All other marketing fluff is less important, because without ETHOS, it won't get listened to at all.
    Only HELPDOCS rule for 'what should you write today'. A bit of PR and marketing stuff too, but: always communicate MOST with your EXISTING USERS, and HELPDOCS have the perfect storm of ethos & logos - pathos is up to you.
    Are you sure you want to  Yes  No
    Your message goes here

Writing Effective Self-Help Guides for World Domination

  1. 1. Writing Effective Self­Help Guides for World Domination @emmajanedotnet
  2. 2. Abstract Developers write documentation. Technical authors write manuals. But in a perfect world, your users read software self­help guides.  Consumers expect documentation to reflect the sophistication of the software they are using, and will abandon an application if they cannot  easily find the answer to their problems. If we really want world domination of free and open source software, we need to have the self­help  guides worthy of our code. In "Self Help Guides for World Domination" we'll take a look at the strategies and tools needed for really awesome  documentation. Imagine a world where documentation actually helped you to find an answer, or solved one of your problems. If that sounds like a pipe  dream, it's because you've had to struggle with too much crap documentation. Technical writing can be fun and accessible, but more  importantly, it can be truly useful. By analysing how people use software, and where they stumble, we can drastically improve the experience  our users have with our software documentation. Creating relevant documentation needs a little more than just a scraping of code comments  though­­and this talk will show you how it should be done. Open source tools for writing documentation are very sophisticated, but generally our mastery of them quite simply sucks. Whether they are  using DocBook, Mallard or DITA, many projects have opted for very powerful markup languages for their documentation, but often use only a  fraction of what the tools can do. Other projects have opted to go with Web­based content management systems and have failed to create a  cohesive self­help experience for users. You will learn how to effectively use these common tools for creating and maintaining collaborative  documentation. Real examples will be pulled from open source projects. If you've been wanting to help make the user experience better for your project, this talk is a must­see.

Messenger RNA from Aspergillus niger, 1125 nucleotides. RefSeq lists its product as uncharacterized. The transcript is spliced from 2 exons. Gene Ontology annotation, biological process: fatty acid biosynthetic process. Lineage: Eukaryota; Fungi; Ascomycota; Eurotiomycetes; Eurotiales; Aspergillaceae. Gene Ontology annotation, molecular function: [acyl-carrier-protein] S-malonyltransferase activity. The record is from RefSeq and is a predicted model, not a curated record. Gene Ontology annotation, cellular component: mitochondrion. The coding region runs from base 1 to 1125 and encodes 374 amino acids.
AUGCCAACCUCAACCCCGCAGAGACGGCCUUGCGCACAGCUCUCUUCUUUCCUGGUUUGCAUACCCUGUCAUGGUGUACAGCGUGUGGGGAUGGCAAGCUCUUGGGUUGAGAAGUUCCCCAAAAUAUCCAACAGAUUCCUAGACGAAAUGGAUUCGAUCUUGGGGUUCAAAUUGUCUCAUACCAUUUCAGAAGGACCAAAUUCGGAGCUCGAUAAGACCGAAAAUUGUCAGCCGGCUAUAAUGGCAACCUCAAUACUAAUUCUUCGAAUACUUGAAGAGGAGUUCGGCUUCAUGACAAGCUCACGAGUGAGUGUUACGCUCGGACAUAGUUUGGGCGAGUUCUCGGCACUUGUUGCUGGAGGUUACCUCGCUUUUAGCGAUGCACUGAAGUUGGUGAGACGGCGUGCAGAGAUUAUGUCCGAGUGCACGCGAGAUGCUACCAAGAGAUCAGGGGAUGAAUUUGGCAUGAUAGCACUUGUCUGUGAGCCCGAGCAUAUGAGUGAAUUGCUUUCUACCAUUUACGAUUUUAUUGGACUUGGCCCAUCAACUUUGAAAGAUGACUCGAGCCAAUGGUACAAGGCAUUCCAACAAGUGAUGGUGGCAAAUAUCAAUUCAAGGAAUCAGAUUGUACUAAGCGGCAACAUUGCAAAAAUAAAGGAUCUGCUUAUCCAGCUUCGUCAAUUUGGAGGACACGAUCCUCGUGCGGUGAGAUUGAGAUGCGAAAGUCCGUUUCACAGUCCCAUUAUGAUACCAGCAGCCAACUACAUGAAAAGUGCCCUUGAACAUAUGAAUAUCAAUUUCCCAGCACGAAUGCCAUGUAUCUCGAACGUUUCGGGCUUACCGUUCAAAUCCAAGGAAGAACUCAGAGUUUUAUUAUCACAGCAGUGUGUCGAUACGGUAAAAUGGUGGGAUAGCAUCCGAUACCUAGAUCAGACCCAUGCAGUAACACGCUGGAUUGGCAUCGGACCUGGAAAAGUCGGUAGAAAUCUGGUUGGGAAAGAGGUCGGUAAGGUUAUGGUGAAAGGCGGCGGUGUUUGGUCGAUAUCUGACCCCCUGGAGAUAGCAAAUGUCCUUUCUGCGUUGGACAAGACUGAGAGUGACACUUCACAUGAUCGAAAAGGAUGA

3. 3. I talk about the popular  stuff: Version Control,  Documentation